Tony Kisner 12 years, 1 month ago

The board of directors needs to be on this prosecutor's plate next. They have a fiduciary duty to the shareholders and employees of the company and failed miserably. The money was stolen but it was stolen in bright sunshine while the BOD looked the other way. I believe that includes a president of the largest S&L in the State and the past Chancellor of the largest University in the State. Put these people in front of a jury and future incidents of this kind will lessen.

wheremyshoes 12 years, 1 month ago

Wit wants to go to a hospital so he can help the infirm. This was his plan from the start. Steal millions, get convicted, and try to get into a state medical ward as a way of helping people. You go Wit.

cutny 12 years, 1 month ago

I want to see him in his orange jumpsuit. I don't know why the LJW did him the courtesy of running a stock photo. It gives the impression that he is merely a defendant, and not a convicted felon.

Godot 12 years, 1 month ago

I agree with Easy Does It. The board was grossly negligent, for sure. I'd like to see an investigation to see if they were complicit, as well.

maybebaby 12 years, 1 month ago

Ask anyone who ever was around Wetting for much time - he is one of the MOST egotistical arrogant rude people ever. No one who worked around him or for him was/is surprised to find out that he thought he was above the law. One has to hope he has learned hard and valuable lessons about greed, truth, and pride; but it's highly doubtful.

JJH1213 12 years, 1 month ago

To samsnewplace: Not the only one who pays taxes but read my original post, 33 years will be thrown out, she has been overturned before because she doesn't understand the sentencing guidelines. I'll get over myself however I doubt you can: "let them rot is what 'I' say" who gives a flip what YOU say?

Charles L. Bloss, Jr. 12 years, 1 month ago

I'm sorry to say, no it didn't wipe the smirk off of his face. It should have, but it didn't. He wants to go to a federal medical prison so he can help other inmates, give me a break. He will help them alright, probably teaching classes on how to steal and almost get away with it. This guy got off way to light. His sentence should have been more like 40 years. When the dust settles, I think you will see major mistakes by this judge. I don't know if any of you are aware of it, but this arrogant jerk paid to have the city of Topeka lay a larger water line to his mansion because his swimming pool was filling to slow to suit him. The federal sentencing grid said Wittig should have life, but the judge made all his sentences in various cases be served concurrently, rather than consecutively. In other words he would have had a much longer, and well deserved, total time behind bars had the sentences been served consecutively. Why would a judge do that when the sentencing grid said he should serve life? There is something in the woodpile, that ought not to be there. Mark my words, there is lots yet to come out about this case, the judges actions and mistakes. Thank you, Lynn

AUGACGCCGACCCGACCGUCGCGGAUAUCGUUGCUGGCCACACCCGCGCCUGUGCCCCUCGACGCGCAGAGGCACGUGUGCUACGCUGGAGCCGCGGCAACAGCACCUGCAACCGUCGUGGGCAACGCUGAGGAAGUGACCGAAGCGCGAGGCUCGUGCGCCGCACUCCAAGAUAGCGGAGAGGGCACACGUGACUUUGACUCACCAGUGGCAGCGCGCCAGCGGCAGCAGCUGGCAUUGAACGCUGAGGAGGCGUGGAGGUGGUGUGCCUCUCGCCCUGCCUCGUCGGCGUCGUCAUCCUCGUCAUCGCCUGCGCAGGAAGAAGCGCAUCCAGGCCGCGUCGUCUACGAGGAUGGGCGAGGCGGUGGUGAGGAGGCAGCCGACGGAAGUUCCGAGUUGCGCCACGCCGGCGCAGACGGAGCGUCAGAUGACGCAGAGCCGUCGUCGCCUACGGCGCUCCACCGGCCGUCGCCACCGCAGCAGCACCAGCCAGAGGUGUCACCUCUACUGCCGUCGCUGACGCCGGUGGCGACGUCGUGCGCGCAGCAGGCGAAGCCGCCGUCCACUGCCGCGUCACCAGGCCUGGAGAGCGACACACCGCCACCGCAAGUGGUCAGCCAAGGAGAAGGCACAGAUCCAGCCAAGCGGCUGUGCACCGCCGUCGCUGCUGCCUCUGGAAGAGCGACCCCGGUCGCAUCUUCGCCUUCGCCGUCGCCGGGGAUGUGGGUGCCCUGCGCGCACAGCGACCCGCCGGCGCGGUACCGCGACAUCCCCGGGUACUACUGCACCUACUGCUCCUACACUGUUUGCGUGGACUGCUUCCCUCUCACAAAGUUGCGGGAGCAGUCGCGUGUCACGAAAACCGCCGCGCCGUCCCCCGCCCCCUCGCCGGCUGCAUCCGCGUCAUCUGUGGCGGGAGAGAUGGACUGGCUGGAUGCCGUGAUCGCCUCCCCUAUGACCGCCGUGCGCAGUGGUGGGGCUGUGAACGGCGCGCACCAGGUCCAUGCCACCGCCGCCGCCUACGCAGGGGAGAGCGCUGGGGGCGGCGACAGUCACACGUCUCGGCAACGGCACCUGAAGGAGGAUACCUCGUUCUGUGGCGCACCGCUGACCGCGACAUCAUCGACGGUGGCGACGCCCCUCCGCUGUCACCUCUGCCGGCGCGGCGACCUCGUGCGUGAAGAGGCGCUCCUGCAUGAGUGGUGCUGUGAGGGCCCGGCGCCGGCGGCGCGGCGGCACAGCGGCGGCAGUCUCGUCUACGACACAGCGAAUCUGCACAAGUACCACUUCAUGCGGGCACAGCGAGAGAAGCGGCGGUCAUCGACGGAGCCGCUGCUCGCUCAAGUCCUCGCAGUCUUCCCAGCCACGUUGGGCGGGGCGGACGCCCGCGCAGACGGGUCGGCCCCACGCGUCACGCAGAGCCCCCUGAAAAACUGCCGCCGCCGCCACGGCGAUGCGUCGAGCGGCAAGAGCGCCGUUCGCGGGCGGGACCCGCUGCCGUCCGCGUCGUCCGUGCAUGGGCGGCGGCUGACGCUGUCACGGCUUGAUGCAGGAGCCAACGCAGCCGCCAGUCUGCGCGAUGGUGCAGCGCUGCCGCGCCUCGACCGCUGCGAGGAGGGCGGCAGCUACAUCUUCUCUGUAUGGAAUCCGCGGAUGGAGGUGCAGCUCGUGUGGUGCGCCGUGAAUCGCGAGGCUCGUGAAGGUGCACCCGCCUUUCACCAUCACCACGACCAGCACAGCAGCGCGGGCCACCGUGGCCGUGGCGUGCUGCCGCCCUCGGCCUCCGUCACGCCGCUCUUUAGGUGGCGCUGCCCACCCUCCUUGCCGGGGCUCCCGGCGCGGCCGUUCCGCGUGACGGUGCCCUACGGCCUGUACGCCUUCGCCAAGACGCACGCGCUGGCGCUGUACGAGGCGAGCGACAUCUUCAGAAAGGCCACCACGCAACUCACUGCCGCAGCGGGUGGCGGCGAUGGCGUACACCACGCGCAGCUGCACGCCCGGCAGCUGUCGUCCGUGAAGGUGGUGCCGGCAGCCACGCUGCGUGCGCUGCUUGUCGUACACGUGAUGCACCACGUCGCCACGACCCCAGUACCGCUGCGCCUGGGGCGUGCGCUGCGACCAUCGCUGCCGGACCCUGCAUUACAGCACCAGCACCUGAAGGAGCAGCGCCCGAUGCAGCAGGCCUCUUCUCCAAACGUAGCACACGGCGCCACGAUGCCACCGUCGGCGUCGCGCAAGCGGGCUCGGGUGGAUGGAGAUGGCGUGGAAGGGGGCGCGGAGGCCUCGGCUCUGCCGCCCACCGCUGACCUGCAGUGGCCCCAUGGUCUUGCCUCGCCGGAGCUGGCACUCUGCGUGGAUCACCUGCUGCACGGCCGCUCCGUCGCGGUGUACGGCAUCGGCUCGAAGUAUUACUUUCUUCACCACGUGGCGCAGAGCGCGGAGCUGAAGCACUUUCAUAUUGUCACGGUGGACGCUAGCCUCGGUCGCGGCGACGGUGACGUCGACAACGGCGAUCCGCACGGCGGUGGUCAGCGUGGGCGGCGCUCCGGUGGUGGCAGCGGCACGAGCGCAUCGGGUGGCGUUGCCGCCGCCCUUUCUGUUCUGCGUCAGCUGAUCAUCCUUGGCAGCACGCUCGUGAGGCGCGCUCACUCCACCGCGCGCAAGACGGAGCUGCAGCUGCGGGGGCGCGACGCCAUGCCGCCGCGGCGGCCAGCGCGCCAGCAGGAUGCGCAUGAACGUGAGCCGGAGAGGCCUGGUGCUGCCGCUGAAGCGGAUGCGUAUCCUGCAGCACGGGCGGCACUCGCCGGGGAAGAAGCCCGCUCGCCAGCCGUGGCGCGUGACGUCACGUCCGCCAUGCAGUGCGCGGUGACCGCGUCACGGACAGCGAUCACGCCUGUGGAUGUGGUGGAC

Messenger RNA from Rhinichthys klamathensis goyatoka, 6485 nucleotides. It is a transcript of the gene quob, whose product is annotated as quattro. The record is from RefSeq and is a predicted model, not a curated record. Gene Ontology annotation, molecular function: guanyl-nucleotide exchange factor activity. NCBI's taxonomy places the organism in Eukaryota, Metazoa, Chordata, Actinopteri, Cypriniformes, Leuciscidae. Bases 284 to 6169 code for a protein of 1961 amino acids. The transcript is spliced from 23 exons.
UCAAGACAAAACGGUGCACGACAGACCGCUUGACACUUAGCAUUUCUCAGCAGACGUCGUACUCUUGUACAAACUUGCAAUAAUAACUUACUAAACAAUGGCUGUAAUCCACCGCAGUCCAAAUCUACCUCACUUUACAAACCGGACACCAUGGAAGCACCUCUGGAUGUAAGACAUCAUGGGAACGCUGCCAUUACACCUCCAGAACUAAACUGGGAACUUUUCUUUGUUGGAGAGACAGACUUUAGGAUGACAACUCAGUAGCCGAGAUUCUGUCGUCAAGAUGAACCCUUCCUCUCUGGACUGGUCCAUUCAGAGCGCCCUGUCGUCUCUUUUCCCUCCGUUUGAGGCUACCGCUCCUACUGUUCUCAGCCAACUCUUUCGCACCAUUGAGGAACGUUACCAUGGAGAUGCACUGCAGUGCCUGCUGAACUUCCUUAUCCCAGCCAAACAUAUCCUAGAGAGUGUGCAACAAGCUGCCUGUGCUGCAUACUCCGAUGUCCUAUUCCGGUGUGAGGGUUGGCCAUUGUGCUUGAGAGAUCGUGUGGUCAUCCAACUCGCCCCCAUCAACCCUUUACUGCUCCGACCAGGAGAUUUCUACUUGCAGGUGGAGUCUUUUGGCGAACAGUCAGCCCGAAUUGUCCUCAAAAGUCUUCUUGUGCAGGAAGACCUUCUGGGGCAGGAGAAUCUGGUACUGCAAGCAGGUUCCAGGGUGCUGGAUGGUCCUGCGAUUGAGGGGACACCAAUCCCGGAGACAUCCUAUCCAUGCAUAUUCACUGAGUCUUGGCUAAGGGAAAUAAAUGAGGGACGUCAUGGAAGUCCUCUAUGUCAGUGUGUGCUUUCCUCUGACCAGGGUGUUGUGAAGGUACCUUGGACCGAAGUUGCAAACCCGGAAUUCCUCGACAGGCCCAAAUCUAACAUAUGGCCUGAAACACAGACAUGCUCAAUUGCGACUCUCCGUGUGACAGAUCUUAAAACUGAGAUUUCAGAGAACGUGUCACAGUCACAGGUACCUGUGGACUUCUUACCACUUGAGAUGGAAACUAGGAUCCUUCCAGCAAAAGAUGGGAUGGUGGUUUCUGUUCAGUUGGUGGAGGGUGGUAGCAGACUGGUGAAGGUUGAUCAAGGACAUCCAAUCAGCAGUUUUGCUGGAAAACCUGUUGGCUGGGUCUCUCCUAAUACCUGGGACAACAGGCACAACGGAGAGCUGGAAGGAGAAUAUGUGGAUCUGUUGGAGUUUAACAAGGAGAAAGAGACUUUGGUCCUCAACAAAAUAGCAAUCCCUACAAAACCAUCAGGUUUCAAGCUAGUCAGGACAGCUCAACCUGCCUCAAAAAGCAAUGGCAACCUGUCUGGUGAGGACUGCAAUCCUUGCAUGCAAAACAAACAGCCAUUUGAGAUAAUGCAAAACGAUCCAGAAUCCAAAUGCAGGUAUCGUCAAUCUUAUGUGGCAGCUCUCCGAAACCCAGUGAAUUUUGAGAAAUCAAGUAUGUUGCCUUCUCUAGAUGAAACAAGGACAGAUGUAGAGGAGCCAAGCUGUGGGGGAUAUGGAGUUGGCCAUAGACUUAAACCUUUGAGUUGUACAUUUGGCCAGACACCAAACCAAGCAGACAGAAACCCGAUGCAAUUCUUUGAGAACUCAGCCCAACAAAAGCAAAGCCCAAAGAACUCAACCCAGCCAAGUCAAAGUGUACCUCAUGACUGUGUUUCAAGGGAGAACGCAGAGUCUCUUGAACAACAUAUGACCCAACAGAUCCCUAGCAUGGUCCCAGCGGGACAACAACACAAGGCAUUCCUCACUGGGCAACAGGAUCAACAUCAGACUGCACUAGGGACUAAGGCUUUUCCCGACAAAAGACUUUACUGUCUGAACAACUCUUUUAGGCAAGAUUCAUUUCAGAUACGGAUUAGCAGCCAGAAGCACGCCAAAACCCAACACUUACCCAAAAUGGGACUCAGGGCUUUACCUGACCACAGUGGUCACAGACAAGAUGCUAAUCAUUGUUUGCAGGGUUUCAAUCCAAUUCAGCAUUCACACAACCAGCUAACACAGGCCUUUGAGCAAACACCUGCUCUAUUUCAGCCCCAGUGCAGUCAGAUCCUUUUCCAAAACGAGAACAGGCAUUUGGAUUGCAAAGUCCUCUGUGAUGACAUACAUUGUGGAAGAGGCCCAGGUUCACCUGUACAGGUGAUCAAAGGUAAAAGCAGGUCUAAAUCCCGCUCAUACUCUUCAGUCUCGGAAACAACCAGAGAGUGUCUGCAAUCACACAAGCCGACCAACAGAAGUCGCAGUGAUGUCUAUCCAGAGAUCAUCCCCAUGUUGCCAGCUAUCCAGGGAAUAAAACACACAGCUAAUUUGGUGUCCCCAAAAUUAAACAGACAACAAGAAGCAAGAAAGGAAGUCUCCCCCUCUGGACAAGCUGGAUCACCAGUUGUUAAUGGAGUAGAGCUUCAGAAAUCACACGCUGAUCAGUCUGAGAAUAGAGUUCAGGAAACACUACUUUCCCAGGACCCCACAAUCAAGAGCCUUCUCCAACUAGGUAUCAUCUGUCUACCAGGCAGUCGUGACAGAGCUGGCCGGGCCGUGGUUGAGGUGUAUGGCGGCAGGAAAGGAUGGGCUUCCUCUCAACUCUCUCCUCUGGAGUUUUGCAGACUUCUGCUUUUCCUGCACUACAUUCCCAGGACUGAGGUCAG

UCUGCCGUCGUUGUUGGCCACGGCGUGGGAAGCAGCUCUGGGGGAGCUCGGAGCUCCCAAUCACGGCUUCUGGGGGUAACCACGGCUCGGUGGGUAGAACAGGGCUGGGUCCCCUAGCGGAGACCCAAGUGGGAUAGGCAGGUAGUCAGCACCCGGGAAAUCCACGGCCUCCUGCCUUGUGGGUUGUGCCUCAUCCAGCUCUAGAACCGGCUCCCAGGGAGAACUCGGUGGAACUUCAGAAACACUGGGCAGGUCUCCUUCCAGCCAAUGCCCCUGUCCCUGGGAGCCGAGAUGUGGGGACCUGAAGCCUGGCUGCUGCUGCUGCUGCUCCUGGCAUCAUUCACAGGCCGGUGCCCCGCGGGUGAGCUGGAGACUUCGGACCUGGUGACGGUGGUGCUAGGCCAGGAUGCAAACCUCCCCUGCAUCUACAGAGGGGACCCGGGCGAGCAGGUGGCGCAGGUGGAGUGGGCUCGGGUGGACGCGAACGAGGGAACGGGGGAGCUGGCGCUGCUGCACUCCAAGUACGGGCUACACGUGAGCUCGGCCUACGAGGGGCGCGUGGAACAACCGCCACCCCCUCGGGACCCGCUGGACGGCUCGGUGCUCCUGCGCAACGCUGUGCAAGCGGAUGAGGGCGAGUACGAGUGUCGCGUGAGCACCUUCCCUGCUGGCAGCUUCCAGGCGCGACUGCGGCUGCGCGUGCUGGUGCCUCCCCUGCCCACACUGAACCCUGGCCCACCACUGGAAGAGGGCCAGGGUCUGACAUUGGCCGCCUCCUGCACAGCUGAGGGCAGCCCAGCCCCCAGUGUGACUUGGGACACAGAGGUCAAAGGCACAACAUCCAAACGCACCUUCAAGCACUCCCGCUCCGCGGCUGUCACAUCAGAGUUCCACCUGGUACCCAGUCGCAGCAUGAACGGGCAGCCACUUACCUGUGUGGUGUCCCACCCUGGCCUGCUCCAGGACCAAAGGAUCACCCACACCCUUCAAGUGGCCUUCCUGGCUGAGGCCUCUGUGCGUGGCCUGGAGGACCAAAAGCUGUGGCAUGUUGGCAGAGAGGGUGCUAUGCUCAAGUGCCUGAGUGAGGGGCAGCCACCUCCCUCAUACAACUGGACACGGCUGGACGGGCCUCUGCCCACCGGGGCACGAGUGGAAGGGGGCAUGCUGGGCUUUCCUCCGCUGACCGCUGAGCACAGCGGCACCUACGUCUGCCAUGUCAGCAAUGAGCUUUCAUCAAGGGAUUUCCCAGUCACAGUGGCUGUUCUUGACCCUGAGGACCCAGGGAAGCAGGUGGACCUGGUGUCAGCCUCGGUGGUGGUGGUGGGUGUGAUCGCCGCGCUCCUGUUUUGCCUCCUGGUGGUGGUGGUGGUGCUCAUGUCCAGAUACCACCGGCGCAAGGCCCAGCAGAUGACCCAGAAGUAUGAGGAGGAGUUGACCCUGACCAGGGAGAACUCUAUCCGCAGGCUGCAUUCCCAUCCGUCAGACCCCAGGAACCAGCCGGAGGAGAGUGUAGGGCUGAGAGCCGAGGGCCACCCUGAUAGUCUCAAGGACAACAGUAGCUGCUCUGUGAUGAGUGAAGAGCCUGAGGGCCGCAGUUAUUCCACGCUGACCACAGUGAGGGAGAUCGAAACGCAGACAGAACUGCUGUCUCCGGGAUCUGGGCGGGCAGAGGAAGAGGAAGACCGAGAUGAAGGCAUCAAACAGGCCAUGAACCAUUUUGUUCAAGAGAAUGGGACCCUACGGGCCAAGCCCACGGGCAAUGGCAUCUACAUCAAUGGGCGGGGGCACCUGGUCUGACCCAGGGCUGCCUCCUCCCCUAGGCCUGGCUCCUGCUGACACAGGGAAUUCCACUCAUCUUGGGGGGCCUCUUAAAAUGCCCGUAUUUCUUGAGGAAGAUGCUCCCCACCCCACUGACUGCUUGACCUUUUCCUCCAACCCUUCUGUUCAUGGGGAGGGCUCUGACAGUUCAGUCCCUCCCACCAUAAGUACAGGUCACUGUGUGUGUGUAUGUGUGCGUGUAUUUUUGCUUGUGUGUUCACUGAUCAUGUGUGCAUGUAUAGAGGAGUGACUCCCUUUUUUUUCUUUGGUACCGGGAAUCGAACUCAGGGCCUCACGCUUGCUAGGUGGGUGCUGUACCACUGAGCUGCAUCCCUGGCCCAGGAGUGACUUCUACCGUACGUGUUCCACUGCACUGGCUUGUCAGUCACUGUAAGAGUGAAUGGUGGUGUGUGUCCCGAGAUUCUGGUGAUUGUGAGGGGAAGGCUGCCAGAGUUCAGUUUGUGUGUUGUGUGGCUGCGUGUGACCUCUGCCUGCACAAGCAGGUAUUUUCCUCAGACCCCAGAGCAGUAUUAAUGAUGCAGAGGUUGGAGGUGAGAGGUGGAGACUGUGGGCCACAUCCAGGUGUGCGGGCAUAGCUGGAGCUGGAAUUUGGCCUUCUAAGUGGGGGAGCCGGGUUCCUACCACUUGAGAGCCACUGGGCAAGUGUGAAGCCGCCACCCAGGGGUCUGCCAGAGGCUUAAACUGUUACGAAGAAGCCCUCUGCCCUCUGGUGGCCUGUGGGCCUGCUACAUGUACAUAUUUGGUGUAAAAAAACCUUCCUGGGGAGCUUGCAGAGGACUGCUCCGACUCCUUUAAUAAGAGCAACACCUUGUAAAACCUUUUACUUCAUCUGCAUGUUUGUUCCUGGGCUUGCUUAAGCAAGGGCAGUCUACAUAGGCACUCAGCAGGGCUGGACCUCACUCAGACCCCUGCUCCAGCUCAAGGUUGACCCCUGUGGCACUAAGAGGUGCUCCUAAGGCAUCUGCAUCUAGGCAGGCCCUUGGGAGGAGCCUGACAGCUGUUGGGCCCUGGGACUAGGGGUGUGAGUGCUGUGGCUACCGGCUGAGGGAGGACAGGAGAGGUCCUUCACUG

terrapin2 12 years, 1 month ago

Lynn731 You might want to check your facts. The Wittig's don't even own a swimming pool so your story about a water line is wrong, wrong, wrong.

You are right about more coming out about the actions of the judge and the prosecution. This was not a fair trial in so many ways, and the appellate court's decisions will ultimately reflect that.

terrapin2 12 years, 1 month ago

maybebaby Considering you can't even spell his name correctly, I seriously doubt you have spent any time, much less enough time to actually make an informed decision regarding his personality. You people seem to make judgements about people pretty easily. You can't believe everything you read in the paper. There is a lot more to this story than any of you know. I also know that a lot will come out about the mistakes made in this case, but it won't increase his sentence, it will overturn it.